Organic Semiconductor Nanotubes Used To Create High-Performance Electrochemical Actuator

University of Houston researchers are reporting a breakthrough in the field of materials science and engineering with the development of an electrochemical actuator that uses specialized organic semiconductor nanotubes (OSNTs).

Currently in the early stages of development, the actuator will become a key part of research contributing to the future of robotic, bioelectronic, and biomedical science.

“Electrochemical devices that transform electrical energy to mechanical energy have potential use in numerous applications, ranging from soft robotics and micropumps to autofocus microlenses and bioelectronics,” said Mohammad Reza Abidian, associate professor of biomedical engineering in the UH Cullen College of Engineering. He’s the corresponding author of the article “Organic Semiconductor Nanotubes for Electrochemical Devices,” published in the journal Advanced Functional Materials, which details the discovery.

Mohammad Reza Abidian
Mohammad Reza Abidian, associate professor of biomedical engineering at the University of Houston Cullen College of Engineering, has announced a breakthrough with the development of an electrochemical actuator. Credit: University of Houston

Significant movement (which scientists define as actuation and measure as deformation strain) and fast response time have been elusive goals, especially for electrochemical actuator devices that operate in liquid. This is because the drag force of a liquid restricts an actuator’s motion and limits the ion transportation and accumulation in electrode materials and structures. In Abidian’s lab, he and his team refined methods of working around those two stumbling blocks.

“Our organic semiconductor nanotube electrochemical device exhibits high actuation performance with fast ion transport and accumulation and tunable dynamics in liquid and gel-polymer electrolytes. This device demonstrates an excellent performance, including low power consumption/strain, a large deformation, fast response and excellent actuation stability,” Abidian said.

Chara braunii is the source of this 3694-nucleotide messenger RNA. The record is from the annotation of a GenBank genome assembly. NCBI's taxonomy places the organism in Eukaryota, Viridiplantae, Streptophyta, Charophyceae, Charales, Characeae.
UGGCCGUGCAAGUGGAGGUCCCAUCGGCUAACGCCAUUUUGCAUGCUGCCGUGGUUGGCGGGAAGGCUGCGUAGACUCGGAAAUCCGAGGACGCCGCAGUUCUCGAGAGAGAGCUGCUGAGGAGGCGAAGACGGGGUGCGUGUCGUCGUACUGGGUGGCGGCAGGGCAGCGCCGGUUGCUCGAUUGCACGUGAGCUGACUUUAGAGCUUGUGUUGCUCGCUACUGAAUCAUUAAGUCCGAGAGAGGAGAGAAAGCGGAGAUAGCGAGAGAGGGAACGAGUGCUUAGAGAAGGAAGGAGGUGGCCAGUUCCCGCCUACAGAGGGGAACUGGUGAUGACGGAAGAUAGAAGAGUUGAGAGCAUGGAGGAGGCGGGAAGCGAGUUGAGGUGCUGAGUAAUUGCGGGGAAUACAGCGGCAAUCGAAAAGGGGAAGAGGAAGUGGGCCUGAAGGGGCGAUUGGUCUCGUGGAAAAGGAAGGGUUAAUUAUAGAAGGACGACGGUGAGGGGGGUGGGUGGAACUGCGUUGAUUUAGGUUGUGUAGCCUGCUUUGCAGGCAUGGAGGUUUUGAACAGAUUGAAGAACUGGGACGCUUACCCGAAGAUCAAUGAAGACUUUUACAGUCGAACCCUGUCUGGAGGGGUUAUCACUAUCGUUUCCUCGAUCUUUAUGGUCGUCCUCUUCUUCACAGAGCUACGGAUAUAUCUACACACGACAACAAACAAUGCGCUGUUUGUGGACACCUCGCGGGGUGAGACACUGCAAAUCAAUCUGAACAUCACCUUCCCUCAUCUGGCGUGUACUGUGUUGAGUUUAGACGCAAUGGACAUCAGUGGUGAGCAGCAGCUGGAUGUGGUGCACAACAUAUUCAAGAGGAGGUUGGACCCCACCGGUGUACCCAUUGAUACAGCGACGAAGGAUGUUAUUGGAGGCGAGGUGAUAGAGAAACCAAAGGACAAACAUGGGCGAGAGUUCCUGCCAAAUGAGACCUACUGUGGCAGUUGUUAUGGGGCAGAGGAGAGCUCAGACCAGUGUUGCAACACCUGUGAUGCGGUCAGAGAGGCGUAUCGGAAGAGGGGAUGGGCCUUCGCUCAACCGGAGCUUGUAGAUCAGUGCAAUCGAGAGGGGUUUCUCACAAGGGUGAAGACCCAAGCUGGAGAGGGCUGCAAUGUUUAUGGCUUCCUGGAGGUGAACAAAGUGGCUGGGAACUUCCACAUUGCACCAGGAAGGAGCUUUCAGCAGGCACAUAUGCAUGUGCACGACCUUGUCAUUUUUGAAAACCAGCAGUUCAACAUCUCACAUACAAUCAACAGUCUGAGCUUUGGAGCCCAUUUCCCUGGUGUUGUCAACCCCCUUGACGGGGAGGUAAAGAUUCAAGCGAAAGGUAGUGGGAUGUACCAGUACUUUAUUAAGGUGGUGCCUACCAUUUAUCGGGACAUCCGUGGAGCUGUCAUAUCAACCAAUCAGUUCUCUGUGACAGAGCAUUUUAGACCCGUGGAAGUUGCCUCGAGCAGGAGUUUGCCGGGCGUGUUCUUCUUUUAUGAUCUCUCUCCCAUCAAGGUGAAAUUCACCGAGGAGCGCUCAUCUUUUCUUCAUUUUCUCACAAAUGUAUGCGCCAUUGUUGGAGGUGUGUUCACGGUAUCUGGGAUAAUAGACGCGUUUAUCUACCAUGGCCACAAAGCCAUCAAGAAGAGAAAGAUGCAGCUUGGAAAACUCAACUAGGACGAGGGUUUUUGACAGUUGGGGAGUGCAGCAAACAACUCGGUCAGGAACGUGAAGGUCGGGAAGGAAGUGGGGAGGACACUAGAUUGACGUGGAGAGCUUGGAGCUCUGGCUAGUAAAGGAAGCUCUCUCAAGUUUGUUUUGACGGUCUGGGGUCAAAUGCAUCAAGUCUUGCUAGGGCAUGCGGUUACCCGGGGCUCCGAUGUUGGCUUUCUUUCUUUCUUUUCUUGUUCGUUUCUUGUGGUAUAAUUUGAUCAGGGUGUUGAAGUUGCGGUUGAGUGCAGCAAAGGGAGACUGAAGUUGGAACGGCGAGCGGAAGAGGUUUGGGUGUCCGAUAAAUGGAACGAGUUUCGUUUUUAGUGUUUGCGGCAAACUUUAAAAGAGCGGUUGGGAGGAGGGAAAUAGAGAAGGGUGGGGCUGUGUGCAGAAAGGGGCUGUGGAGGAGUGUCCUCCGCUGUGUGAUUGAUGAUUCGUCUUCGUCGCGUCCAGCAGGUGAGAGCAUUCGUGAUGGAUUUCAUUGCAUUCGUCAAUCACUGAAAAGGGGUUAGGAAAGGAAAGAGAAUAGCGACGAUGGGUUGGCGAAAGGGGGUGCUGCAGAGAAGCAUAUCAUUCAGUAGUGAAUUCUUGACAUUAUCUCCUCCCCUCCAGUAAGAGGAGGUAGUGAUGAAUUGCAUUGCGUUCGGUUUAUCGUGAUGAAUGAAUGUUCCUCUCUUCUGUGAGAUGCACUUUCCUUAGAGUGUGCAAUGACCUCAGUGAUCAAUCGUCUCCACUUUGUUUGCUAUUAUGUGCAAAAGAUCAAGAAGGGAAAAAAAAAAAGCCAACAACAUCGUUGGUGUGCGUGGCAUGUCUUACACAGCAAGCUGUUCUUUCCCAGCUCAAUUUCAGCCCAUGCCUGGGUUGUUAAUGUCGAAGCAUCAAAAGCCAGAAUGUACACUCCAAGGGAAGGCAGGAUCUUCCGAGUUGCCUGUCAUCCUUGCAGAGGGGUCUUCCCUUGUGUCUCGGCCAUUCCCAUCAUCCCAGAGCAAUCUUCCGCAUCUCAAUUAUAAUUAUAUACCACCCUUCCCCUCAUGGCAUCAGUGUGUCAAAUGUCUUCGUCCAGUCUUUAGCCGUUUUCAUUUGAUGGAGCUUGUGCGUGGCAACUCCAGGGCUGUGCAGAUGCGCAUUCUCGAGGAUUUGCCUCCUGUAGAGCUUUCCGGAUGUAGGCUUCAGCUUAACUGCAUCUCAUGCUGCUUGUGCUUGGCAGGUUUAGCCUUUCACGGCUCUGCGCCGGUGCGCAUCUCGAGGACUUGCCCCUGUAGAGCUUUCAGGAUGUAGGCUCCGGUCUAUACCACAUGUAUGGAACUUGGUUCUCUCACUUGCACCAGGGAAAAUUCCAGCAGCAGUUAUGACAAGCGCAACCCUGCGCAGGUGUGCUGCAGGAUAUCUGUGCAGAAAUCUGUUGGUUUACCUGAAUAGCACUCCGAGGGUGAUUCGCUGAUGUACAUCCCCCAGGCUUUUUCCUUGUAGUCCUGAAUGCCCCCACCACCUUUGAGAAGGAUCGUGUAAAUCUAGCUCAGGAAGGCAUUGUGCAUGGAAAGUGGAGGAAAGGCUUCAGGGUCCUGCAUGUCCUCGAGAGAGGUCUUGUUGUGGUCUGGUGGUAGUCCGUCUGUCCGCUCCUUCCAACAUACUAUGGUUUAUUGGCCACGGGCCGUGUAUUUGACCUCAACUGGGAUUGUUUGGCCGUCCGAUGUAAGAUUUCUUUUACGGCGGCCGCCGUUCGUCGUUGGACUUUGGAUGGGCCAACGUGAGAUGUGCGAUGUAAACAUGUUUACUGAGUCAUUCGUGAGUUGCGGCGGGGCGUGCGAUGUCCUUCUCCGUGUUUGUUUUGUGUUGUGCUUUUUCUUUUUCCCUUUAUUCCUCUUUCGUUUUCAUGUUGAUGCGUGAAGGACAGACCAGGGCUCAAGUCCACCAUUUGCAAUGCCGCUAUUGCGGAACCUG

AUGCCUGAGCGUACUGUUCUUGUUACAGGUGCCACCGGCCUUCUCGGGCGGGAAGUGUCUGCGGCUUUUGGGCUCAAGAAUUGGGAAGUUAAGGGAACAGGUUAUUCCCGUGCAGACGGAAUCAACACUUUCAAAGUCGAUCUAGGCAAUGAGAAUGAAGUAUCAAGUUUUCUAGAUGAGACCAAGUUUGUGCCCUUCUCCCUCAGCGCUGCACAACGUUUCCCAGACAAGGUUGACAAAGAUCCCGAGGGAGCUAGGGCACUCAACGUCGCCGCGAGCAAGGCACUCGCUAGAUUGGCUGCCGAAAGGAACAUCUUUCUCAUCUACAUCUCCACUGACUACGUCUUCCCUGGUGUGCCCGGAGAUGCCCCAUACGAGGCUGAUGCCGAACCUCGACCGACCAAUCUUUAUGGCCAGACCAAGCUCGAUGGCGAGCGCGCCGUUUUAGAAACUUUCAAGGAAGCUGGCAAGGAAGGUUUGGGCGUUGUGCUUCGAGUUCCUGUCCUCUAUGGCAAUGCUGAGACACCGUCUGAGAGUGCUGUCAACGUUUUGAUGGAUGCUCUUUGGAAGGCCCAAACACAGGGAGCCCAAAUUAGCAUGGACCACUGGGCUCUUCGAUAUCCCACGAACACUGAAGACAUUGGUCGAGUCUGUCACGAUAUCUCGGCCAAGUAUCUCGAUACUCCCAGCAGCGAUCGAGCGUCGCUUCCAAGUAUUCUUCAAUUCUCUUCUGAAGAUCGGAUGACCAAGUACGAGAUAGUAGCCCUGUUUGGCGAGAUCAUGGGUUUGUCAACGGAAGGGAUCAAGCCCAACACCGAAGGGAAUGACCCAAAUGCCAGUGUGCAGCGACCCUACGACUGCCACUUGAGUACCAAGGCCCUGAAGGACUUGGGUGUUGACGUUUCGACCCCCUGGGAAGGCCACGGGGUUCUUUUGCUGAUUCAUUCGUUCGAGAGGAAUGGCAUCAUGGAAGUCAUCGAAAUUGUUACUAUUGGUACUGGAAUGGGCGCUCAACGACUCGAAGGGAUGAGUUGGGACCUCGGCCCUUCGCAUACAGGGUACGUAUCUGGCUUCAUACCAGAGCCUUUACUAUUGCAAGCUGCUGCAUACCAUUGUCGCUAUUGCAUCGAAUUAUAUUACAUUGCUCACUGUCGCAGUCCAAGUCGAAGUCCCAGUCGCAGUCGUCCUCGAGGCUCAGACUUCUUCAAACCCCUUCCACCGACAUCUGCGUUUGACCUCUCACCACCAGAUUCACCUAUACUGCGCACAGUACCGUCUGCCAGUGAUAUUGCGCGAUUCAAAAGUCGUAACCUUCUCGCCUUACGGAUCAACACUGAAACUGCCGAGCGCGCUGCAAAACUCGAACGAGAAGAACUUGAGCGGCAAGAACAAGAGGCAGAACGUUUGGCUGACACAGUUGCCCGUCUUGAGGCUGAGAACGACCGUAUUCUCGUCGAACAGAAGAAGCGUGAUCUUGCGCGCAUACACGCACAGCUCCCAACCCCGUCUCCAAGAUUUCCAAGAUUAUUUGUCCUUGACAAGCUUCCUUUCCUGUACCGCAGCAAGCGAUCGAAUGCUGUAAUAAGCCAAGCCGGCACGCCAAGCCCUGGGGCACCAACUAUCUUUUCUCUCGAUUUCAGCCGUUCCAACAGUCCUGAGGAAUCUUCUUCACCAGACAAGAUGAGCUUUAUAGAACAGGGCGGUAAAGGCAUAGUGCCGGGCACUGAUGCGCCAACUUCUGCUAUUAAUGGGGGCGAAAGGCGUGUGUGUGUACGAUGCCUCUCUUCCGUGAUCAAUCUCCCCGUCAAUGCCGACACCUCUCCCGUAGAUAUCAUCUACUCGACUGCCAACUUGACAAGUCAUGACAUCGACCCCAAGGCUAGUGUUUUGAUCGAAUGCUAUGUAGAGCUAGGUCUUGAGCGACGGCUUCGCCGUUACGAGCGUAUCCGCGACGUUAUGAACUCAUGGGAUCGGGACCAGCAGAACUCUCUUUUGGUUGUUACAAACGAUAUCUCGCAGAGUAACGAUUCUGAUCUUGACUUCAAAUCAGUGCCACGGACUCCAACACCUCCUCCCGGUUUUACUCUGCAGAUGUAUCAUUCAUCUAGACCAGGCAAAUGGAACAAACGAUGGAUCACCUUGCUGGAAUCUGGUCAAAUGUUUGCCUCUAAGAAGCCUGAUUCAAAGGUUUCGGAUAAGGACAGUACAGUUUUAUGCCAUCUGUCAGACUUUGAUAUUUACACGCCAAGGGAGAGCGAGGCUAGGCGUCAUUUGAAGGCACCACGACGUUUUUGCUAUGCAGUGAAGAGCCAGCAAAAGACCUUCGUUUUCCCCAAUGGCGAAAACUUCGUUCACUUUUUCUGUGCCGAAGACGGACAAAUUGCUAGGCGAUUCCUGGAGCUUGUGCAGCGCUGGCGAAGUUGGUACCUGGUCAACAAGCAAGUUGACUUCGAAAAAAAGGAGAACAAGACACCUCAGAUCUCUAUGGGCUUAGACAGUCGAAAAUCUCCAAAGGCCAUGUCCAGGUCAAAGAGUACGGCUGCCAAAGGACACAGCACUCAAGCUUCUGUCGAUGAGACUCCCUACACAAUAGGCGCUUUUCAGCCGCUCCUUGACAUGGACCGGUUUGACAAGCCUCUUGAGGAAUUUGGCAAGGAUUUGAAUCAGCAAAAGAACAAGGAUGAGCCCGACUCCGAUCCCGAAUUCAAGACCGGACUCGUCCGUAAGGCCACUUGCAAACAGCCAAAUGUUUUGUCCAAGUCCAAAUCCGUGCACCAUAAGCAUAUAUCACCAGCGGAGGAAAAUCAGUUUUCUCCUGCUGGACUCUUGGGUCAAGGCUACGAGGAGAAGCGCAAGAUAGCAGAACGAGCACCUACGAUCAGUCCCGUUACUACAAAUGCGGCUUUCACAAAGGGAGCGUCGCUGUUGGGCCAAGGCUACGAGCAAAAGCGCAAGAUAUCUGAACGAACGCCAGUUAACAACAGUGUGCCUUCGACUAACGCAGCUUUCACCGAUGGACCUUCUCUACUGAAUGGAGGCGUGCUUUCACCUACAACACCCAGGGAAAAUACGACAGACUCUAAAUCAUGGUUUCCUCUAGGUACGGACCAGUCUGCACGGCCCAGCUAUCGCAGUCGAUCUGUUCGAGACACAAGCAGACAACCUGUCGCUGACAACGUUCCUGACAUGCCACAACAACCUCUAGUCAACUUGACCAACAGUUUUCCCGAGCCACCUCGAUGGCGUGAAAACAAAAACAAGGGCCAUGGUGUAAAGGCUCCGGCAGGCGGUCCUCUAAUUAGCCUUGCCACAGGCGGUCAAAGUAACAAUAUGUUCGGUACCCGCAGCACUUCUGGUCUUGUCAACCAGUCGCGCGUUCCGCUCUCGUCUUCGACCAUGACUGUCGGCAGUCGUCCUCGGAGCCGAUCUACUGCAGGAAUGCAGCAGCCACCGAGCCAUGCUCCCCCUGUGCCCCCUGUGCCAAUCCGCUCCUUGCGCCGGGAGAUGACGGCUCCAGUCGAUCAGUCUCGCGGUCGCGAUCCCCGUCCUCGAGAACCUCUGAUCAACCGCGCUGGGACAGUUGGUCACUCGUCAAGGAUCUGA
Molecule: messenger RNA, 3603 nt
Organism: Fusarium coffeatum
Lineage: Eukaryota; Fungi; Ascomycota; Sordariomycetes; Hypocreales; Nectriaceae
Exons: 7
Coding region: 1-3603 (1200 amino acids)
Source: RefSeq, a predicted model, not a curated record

This outstanding performance, he explained, stems from the enormous effective surface area of the nanotubular structure. The larger area facilitates the ion transport and accumulation, which results in high electroactivity and durability.

“The low power consumption/strain values for this OSNT actuator, even when it operates in liquid electrolyte, mark a profound improvement over previously reported electrochemical actuators operating in liquid and air,” Abidian said. “We evaluated long-term stability. This organic semiconductor nanotube actuator exhibited superior long-term stability compared with previously reported conjugated polymer-based actuators operating in liquid electrolyte.”

Joining Abidian on the project were Mohammadjavad Eslamian, Fereshtehsadat Mirab, Vijay Krishna Raghunathan and Sheereen Majd, all from the Department of Biomedical Engineering at the UH Cullen College of Engineering.

The organic semiconductors used, called conjugated polymers, were discovered in the 1970s by three scientists – Alan J. Heeger, Alan MacDiarmid and Hideki Shirakawa – who won a Nobel prize in 2000 for the discovery and development of conjugated polymers.

For a new type of actuator to outshine the status quo, the end product must prove not only to be highly effective (in this case, in both liquid and gel polymer electrolyte), but also that it can last.

“To demonstrate potential applications, we designed and developed a micron-scale movable neural probe that is based on OSNT microactuators. This microprobe potentially can be implanted in the brain, where neural signal recordings that are adversely affected, by either damaged tissue or displacement of neurons, may be enhanced by adjusting the position of the movable microcantilevers,” said Abidian.

New Fibers Can Make Breath-Regulating Garments

A new kind of fiber developed by researchers at MIT and in Sweden can be made into clothing that senses how much it is being stretched or compressed, and then provides immediate tactile feedback in the form of pressure, lateral stretch, or vibration. Such fabrics, the team suggests, could be used in garments that help train singers or athletes to better control their breathing, or that help patients recovering from disease or surgery to recover their breathing patterns.